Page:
Jeffrey Sass 14:43
Absolutely. And when you think about company culture, you know, so many studies have shown that, you know, it’s not just money that people are looking for especially now you know, people are looking for purpose. They’re looking for meaning at work, they’re looking to feel like they’re making a contribution.
And and many studies have shown that many employees would Rather be appreciated and be acknowledged for their contributions then have, you know some sort of a financial raise, just throwing money again, like I said earlier, just throwing money at it doesn’t solve the problem.
just paying people lots of money doesn’t necessarily mean they’re going to be happy and performing at their best. appreciating them and recognizing them and acknowledging them is more likely to have them performing at their best.
Right. So what are you working on now?
Jeffrey Sass 15:28
So now from the books perspective, actually starting to work on the the audio book, which I shamelessly should have done when when the book was first published, but I didn’t. So hopefully one of my goals for this year is to come out with the audio book, which would be a lot of fun. So on the book side, and then I’m CMO of several companies.
So I’m cmo Chief Marketing Officer of doc club domains, which is the registry operator for the new domain extension clubs. So instead of COM or DOT biz or.org you can get a domain name and in club There are a lot of great new domain endings available now.
So even for my book for example, since it’s called everything I know about business and marketing I learned from the Toxic Avenger, I registered the domain, the domain name, Toxic Avenger dot marketing, and that points directly to the books page on Amazon.
So there’s a lot of creative ways you can use domain names that have meaning and that are relevant to you or your business for your marketing. And I’m also CMO of a e commerce company called par.com. Pa W. And par.com makes beautiful pet products especially these beautiful pup rug dog beds which are memory foam dog beds that have a beautiful washable fo for cover.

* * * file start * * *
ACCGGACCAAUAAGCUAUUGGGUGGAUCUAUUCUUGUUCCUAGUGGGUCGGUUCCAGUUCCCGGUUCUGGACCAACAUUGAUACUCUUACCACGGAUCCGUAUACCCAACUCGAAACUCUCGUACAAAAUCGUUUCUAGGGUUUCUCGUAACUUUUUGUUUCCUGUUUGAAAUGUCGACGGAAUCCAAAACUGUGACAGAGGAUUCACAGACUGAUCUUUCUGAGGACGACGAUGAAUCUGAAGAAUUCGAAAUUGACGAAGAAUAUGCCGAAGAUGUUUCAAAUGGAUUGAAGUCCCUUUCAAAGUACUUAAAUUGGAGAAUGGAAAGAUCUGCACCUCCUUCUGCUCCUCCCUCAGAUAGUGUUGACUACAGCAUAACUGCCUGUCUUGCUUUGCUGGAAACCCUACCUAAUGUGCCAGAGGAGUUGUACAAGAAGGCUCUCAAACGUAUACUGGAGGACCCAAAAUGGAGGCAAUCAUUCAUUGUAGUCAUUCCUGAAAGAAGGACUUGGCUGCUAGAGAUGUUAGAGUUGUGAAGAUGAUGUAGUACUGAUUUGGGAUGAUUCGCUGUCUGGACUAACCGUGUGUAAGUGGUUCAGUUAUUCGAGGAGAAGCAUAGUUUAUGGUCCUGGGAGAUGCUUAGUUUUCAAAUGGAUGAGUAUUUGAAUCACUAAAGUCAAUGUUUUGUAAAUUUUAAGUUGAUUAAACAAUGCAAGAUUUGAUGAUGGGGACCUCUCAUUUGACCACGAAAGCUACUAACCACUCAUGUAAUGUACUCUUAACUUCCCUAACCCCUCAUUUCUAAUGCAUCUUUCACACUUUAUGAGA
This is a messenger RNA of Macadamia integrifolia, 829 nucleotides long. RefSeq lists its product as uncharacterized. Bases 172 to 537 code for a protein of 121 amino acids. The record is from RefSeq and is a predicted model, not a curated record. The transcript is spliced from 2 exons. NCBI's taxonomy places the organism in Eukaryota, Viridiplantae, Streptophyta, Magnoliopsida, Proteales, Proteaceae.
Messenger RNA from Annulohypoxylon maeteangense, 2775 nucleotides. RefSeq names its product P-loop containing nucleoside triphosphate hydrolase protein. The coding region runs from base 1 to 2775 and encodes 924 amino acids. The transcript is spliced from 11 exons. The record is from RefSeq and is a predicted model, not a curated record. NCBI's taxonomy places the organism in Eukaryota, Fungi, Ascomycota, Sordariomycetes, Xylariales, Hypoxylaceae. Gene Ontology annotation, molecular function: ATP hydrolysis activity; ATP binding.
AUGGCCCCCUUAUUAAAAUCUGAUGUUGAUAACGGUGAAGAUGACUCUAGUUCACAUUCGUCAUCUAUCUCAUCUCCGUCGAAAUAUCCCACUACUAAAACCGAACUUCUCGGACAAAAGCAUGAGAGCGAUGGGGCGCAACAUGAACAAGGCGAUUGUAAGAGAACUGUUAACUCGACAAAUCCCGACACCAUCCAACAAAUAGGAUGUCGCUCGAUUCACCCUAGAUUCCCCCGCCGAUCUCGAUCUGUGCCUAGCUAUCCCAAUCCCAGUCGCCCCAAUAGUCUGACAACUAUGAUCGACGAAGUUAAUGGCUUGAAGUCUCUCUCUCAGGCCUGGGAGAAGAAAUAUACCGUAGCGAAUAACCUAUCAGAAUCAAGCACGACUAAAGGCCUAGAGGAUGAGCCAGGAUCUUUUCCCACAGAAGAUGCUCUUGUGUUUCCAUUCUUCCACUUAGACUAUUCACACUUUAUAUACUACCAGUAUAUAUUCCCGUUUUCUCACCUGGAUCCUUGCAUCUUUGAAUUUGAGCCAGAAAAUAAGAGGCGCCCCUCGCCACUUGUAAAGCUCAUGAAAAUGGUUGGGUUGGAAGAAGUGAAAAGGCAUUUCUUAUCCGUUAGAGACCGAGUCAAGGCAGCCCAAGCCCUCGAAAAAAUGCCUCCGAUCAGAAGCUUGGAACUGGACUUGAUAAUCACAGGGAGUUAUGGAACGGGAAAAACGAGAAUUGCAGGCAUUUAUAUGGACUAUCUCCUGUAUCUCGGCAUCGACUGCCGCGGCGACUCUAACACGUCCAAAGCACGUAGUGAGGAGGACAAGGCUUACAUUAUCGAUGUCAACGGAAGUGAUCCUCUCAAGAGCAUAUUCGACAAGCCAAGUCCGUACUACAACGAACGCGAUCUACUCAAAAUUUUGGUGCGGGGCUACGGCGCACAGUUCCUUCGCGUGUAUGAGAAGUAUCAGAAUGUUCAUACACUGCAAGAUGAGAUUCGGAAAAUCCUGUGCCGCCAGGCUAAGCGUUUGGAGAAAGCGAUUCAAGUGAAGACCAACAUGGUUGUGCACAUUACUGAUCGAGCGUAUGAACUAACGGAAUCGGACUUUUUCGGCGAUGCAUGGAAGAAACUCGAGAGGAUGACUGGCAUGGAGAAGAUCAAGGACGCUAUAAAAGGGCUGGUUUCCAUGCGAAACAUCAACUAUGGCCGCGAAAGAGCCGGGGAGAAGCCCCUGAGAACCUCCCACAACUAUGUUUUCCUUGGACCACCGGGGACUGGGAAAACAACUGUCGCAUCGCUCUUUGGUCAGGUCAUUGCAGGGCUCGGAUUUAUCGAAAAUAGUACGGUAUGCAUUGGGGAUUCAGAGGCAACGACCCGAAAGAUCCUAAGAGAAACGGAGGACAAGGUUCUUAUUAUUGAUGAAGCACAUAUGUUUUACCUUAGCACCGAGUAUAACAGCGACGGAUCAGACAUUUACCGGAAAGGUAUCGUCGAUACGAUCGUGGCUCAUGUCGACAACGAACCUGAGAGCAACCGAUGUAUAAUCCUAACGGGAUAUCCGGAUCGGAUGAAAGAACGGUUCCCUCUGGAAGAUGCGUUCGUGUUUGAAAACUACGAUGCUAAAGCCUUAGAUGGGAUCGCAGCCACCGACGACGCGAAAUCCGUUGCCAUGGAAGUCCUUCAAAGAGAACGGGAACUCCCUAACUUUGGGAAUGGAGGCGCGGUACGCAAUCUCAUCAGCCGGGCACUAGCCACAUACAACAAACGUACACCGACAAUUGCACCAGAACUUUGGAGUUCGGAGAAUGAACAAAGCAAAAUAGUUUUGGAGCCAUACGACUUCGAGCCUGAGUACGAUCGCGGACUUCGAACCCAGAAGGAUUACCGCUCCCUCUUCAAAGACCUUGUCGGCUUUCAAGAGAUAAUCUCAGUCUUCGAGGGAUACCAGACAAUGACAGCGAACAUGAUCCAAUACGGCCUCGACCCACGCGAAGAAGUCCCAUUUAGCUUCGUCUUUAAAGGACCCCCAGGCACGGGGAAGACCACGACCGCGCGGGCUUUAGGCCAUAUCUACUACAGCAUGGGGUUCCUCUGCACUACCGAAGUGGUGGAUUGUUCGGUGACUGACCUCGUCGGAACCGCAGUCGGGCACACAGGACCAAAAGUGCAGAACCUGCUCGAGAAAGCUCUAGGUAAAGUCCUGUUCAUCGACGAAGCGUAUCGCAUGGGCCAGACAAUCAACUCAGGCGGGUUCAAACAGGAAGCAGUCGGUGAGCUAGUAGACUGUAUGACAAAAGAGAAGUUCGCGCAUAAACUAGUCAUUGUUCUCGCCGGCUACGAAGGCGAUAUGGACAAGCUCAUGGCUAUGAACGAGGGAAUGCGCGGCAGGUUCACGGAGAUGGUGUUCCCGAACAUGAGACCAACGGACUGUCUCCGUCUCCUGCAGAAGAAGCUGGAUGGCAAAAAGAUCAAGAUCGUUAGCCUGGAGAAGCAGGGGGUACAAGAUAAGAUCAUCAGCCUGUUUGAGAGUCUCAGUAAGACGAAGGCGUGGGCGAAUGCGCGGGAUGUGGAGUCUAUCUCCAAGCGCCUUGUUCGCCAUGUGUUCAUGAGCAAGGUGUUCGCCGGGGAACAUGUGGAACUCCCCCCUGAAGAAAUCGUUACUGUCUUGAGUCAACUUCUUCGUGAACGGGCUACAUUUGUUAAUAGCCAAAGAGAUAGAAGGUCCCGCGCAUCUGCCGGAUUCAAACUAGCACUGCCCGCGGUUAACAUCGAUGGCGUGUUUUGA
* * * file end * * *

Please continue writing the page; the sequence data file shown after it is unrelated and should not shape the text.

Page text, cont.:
So they’re great for your dog and they also look beautiful in your home. So porn calm is a great pet product company that I’m involved with. And I also advise of marketing several other companies as well. So pretty busy all on the marketing side of things.
Nice. Would you ever be tempted to to get back into the indie film market.
Jeffrey Sass 17:03
Certainly from a from a writing perspective, absolutely. I always sort of have a screenplay that’s in progress and, and other, you know, things that I’m working on. So we’re actually also producing a documentary on startups.
Both club and pod calm work out of a startup incubator. We have in Fort Lauderdale, Florida called startups club. And we’ve actually been working with a camera crew and have been sort of tracking the progress of several companies, including product com, who are working out of this incubator, and we’re putting together a documentary series on startups and entrepreneurship following those companies. So I’ve got my hand in the entertainment space with that project as well.
Well, that sounds very interesting.
Jeffrey Sass 17:57
Absolutely. There’s some information at the website, of course. startups club. And there’s a little teaser trailer. And we’re actually working on the pilot episode right now.
And we’ve been following these companies for the past year. So we’ve got a lot of great footage and interesting stories. And one of the goals of this show is to really show the variety of people who can be entrepreneurs, and that you don’t have to be in Silicon Valley or New York, you could be here in Fort Lauderdale, Florida, and still be a successful entrepreneur.